How do we look when we’re looking at art? That’s one of the intriguing facets of this gorgeous art tour of London’s National Gallery. Frederick Wiseman’s documentary, “National Gallery”, which opened in November, shows us many scenes of faces looking at faces. Human faces peering, pondering, smiling, puzzling at portraits painted by the masters of medieval, Renaissance and Romantic art.
During the mesmerizing three hours we spend at the gallery, we see preparations for and openings of major exhibits of the work of Titian, Turner and Leonardo. The 2011 Leonardo exhibit (titled “Leonardo da Vinci: Painter at the Court of Milan”) was a blockbuster; $25 tickets were being scalped for $400. Wiseman shows scenes of museum visitors lined up in hopes of obtaining tickets.
The gallery’s collections constitute Western European art of the 13th to the 19th centuries, so you’ll not see any Lichtensteins, Pollocks or Stellas here. But you will see works by Degas, Cézanne, Monet and Van Gogh from the later era, as well as Rubenses, Rembrandts, Michelangelos, Botticellis, Durers and Caravaggios.
Wiseman’s treatment lets us view the museum and its art in its glory with no voiceover and no background music. Occasionally we join a group listening to a docent describe a painter’s style or speculate on the story behind a painting. We sit in on board meetings where budgets are refined or publicity opportunities are debated. We watch restorers at work and hear them talk about paint surfaces and frames. We see workers preparing a gallery for a new exhibit and hear the sound of their hammering and taping.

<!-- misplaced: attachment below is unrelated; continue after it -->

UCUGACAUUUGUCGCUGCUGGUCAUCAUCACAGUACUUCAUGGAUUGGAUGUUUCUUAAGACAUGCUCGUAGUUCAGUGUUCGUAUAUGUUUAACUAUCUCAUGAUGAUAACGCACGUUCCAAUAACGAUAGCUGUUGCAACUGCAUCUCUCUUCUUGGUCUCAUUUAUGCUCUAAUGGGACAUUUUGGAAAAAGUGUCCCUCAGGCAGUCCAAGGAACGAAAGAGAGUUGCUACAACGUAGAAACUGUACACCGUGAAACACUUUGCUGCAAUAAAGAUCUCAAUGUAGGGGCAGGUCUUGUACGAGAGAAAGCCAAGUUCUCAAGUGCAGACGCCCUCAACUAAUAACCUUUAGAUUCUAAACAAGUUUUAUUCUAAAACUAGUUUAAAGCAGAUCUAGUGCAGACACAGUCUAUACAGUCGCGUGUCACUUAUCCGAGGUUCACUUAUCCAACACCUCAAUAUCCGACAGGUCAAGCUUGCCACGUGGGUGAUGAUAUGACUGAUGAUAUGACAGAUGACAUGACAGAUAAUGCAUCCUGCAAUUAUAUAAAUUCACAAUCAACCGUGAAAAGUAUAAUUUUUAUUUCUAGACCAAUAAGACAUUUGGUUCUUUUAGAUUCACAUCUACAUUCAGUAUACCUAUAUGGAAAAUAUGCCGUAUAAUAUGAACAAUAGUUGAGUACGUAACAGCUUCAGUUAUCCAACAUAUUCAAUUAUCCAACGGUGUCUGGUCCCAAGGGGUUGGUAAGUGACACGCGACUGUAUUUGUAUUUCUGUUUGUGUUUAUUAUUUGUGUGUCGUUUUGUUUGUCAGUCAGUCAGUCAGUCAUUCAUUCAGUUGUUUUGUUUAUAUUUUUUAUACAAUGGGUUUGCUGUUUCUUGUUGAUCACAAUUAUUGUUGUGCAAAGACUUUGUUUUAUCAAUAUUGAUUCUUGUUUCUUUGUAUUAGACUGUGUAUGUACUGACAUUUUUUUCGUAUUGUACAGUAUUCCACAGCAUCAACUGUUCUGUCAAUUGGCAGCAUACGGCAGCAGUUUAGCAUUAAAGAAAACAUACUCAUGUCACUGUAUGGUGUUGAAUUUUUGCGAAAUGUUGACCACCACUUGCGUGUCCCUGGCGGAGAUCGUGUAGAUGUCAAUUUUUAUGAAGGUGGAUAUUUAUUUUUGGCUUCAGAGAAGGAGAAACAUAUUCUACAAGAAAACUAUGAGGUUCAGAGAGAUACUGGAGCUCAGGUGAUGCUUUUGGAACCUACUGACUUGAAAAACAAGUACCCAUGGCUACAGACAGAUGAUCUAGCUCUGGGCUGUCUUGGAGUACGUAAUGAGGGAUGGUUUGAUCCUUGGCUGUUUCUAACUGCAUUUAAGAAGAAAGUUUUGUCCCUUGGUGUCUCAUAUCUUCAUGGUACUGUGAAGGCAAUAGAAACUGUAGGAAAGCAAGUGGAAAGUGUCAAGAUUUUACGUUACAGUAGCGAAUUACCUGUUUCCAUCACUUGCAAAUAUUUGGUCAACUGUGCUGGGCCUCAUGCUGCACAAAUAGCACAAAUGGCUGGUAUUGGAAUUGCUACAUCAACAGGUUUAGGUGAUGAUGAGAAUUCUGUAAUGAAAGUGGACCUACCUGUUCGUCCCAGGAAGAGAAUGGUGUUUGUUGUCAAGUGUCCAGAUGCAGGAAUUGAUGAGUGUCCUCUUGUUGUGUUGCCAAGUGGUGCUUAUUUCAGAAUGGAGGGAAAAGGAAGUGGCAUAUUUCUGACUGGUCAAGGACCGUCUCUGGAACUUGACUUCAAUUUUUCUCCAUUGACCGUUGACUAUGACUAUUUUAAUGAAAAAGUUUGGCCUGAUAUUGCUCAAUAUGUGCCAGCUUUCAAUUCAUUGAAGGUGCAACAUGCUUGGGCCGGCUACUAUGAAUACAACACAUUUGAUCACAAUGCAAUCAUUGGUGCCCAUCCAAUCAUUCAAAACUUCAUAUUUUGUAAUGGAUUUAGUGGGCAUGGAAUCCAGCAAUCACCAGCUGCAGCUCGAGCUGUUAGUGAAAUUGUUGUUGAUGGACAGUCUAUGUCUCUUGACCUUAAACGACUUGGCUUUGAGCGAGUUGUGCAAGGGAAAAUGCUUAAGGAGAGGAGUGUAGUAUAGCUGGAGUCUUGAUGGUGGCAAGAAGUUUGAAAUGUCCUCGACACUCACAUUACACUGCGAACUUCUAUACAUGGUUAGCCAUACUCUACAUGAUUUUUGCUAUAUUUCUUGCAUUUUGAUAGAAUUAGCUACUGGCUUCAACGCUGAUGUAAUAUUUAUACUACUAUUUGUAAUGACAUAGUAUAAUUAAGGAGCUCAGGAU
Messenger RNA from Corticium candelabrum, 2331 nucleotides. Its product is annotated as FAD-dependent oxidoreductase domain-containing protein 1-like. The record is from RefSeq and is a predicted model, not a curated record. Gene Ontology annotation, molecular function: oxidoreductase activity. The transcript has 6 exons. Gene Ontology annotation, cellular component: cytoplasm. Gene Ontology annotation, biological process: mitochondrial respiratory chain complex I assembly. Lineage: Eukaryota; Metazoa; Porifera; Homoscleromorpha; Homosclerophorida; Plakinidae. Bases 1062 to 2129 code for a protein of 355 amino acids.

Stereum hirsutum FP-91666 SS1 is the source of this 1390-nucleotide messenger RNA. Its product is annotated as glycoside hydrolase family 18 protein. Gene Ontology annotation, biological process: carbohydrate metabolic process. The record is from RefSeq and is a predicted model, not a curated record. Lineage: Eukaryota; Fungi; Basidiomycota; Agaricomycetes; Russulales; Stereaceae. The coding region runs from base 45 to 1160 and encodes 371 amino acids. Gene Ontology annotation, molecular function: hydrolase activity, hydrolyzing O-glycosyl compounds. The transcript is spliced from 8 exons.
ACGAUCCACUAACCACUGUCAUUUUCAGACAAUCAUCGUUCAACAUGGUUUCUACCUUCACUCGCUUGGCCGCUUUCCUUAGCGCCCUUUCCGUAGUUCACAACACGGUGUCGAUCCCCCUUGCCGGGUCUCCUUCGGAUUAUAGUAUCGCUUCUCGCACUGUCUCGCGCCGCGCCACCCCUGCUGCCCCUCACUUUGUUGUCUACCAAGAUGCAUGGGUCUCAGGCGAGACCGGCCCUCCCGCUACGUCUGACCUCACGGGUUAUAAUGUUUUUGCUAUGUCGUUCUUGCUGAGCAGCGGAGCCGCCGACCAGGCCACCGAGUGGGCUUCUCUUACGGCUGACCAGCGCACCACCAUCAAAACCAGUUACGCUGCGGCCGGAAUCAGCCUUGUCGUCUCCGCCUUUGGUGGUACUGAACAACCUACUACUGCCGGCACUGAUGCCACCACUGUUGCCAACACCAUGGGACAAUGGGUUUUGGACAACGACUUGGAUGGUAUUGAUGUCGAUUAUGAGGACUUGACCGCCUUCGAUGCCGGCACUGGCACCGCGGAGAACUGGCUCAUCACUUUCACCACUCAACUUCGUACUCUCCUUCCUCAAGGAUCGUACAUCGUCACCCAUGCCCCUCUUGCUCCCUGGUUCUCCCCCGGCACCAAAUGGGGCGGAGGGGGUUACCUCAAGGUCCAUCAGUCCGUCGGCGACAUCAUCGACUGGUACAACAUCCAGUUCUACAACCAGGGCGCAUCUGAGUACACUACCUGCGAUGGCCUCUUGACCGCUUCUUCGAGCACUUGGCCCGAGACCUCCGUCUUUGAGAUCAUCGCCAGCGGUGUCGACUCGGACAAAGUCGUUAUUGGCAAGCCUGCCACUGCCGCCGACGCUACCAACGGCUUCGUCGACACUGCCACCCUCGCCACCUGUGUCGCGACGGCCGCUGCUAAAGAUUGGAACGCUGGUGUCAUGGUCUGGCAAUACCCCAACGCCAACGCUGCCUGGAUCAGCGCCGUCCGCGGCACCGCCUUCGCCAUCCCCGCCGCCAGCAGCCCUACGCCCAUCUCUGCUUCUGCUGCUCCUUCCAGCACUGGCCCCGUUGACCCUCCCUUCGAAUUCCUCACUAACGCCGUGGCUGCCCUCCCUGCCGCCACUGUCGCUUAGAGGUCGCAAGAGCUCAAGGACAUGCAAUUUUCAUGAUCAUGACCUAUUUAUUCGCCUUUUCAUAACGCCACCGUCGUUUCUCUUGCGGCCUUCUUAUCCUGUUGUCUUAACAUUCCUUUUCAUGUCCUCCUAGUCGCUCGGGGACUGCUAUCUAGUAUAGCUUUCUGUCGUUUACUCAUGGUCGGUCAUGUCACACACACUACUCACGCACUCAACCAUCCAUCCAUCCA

The museum’s educational mission is shown in drawing classes where we observe the students drawing and hear the instructor point out how to capture the shading of a male or female nude. In a very moving scene, blind visitors learn about a painting by Pissarro by touching reproductions printed in relief.
Wiseman also treats us to other art events at the gallery, such as a piano recital, a poetry reading–and two ballet dancers performing in a gallery.
In addition to the many scenes of faces absorbing art, the film shows long reverent shots down narrow galleries of art culminating in a masterpiece at the end.
“National Gallery” is a portrait of a magnificent arts institution. Wiseman shows us the size and grandeur of the gallery’s collections and its role in the exuberant London artistic community.
Wiseman is known for his meticulously produced, fly-on-the-wall film portraits such as “High School” (1968), ”Welfare” (1975), “Public Housing” (1997), and “State Legislature” (2006), in which he gives us an institutional portrait of the Idaho Legislature. There’s also “Ballet” (1995) about the American Ballet Theatre and “La Danse” (2009), a portrait of the Paris Opera Ballet. He’s known for his minimal treatments, avoiding clutter such as narration, voiceover and graphics.
“National Gallery” opened in November and will run at art houses throughout the US through March. The DVD release is scheduled for early in 2015. And should you have a chance to visit the National Gallery in London in person, it’s open 361 days a year and admission is free.